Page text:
I remember when I started my love for reading. It was when I was in the second grade and I could walk around the corner to the Mark Twain branch of the Los Angeles public library all by myself. In the world we live in today, it seems insane that people ever felt that safe. I was reminded of that more innocent time on the story we covered. We had to drive through a part of the neighborhood that I felt safe in as a child.
The guy in the center picture is Charles Dwayne Turner. He raped and murdered the twelve women in the photos that surround his picture. Not pictured is the unborn child of one of the women and also not pictured are the other murders he's suspected of committing. These are just the ones discovered through DNA testing by the Los Angeles Police Department.
He's in jail and the families of the twelve women have some closure. Our chief of police thanked his detectives. The family members of the victims spoke about their pain and they also thanked the detectives.
I'm often asked how I can cover these types of stories and not be affected. There's something to be said for having a professional detachment. It's fascinating to see Figueroa Boulevard, the street where this serial killer mainly prowled. A bit chilling to also see that he killed in an area that holds fond memories for me. I know the feelings I have are minor compared to the pain felt by the family members who actually lost someone to this murderer. As we interviewed them after the press conference, I looked these people in their eyes. I saw the tears and I heard their voices crack when they spoke of missing their parent or sister or daughter. I could tell that the closure they felt might lead to them someday being able to put away their pain.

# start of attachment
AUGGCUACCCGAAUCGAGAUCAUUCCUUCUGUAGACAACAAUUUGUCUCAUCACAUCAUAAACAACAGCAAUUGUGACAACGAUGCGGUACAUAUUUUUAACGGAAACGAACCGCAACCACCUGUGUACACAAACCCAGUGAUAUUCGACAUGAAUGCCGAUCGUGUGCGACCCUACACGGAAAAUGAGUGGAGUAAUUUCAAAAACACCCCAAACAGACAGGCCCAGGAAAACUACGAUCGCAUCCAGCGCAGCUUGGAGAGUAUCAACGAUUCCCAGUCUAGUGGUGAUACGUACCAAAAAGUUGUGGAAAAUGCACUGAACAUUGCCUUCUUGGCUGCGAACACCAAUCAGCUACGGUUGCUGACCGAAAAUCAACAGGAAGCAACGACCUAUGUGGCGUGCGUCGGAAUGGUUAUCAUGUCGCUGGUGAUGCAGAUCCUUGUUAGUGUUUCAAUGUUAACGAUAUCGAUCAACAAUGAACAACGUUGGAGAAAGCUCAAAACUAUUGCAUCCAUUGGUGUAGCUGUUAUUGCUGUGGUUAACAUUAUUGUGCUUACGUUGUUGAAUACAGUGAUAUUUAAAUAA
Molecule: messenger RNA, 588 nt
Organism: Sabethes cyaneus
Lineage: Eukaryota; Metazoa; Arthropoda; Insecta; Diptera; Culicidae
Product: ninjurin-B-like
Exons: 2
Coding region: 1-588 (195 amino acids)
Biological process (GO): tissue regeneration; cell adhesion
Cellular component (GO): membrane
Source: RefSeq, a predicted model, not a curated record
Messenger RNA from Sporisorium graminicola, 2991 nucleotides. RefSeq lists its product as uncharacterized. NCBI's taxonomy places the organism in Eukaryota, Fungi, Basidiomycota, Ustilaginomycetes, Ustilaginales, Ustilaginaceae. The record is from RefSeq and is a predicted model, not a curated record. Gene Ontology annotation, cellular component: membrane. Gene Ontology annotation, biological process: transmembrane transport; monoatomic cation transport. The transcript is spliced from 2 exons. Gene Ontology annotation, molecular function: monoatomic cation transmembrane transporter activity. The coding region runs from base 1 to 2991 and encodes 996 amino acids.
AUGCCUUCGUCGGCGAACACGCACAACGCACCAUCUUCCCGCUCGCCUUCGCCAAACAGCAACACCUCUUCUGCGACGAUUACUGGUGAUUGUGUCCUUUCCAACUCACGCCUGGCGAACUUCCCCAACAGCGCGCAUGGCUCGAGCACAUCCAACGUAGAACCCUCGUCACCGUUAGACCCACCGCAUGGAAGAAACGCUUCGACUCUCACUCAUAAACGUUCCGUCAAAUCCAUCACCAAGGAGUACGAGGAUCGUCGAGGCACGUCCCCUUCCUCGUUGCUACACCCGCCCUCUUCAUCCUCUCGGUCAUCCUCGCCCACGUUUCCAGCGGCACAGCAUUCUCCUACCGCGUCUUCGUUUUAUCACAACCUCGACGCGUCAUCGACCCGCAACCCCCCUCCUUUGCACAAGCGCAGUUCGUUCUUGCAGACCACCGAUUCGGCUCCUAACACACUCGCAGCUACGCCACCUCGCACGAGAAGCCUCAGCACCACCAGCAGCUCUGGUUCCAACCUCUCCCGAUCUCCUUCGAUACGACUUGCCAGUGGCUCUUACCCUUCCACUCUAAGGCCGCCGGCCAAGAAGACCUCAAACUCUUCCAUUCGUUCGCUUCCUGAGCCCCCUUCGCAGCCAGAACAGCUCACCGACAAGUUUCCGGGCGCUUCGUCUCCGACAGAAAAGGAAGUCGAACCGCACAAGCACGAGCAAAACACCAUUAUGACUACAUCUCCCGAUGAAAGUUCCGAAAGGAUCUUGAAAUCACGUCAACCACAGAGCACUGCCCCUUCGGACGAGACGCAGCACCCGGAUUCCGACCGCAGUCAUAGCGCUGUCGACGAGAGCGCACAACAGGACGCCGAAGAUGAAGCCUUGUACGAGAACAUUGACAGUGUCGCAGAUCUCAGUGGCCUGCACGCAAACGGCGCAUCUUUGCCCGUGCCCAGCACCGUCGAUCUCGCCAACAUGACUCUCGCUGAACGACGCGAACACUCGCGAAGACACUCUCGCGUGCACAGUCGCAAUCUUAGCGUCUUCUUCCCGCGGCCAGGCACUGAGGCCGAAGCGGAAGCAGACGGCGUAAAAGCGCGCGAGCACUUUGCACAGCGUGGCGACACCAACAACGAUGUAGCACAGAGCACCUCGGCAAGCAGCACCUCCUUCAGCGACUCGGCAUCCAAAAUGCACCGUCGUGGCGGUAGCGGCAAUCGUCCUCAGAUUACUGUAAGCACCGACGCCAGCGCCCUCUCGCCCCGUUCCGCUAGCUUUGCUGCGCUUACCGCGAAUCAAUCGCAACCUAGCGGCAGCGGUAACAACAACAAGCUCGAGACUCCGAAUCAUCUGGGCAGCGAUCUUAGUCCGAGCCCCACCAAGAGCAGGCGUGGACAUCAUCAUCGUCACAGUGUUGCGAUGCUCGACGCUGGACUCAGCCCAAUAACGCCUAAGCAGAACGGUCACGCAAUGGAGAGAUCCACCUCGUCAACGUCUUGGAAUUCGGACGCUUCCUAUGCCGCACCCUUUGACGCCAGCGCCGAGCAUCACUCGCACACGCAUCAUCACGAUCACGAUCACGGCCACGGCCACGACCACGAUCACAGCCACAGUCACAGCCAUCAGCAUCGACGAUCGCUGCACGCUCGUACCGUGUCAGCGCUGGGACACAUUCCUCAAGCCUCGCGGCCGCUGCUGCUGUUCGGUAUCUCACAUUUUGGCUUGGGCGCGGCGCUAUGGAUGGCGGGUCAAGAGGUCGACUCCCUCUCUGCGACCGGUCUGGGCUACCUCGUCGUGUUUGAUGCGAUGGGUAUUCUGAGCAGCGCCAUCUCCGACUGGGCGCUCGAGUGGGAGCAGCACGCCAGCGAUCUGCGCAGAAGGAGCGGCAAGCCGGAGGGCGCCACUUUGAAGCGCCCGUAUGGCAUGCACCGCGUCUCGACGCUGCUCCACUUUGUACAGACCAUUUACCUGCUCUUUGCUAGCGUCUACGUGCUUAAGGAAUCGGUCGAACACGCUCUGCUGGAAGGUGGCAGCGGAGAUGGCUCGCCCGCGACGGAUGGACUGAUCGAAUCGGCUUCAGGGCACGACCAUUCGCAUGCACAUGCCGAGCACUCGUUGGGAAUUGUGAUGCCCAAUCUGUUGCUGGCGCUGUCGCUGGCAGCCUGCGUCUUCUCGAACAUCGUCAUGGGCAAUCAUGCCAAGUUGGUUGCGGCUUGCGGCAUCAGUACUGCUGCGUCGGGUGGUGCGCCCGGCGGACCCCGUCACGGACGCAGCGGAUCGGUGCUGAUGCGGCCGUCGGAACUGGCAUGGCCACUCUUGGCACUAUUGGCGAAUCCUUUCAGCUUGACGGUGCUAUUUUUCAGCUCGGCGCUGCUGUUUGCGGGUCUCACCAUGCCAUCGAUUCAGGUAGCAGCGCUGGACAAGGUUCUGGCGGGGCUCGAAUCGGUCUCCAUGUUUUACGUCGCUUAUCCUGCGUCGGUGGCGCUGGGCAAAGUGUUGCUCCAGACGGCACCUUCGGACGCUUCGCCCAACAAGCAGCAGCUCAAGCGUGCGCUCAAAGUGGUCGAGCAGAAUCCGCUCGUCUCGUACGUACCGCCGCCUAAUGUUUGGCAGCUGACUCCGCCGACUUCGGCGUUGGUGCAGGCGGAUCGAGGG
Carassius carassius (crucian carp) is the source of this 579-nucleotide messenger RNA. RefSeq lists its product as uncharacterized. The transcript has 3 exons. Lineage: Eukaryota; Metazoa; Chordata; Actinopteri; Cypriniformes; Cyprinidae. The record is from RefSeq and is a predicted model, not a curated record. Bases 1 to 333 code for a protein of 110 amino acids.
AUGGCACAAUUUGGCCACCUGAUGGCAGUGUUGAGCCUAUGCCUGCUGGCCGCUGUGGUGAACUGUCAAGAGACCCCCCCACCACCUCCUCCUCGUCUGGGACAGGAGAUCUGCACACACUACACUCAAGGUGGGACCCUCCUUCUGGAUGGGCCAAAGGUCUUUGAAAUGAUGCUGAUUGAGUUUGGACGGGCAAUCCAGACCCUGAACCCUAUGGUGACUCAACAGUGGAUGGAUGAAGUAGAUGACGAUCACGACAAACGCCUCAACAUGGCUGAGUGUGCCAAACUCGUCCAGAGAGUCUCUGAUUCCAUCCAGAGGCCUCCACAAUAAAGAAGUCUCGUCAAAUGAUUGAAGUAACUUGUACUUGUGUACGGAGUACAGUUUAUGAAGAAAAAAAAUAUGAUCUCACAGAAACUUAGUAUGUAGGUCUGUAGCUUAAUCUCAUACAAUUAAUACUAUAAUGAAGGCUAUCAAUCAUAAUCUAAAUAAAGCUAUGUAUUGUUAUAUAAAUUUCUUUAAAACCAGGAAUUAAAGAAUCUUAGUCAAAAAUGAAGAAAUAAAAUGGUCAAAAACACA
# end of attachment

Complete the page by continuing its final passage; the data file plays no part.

That day wasn't yesterday and it may be many years from now.
Who says I'm not affected?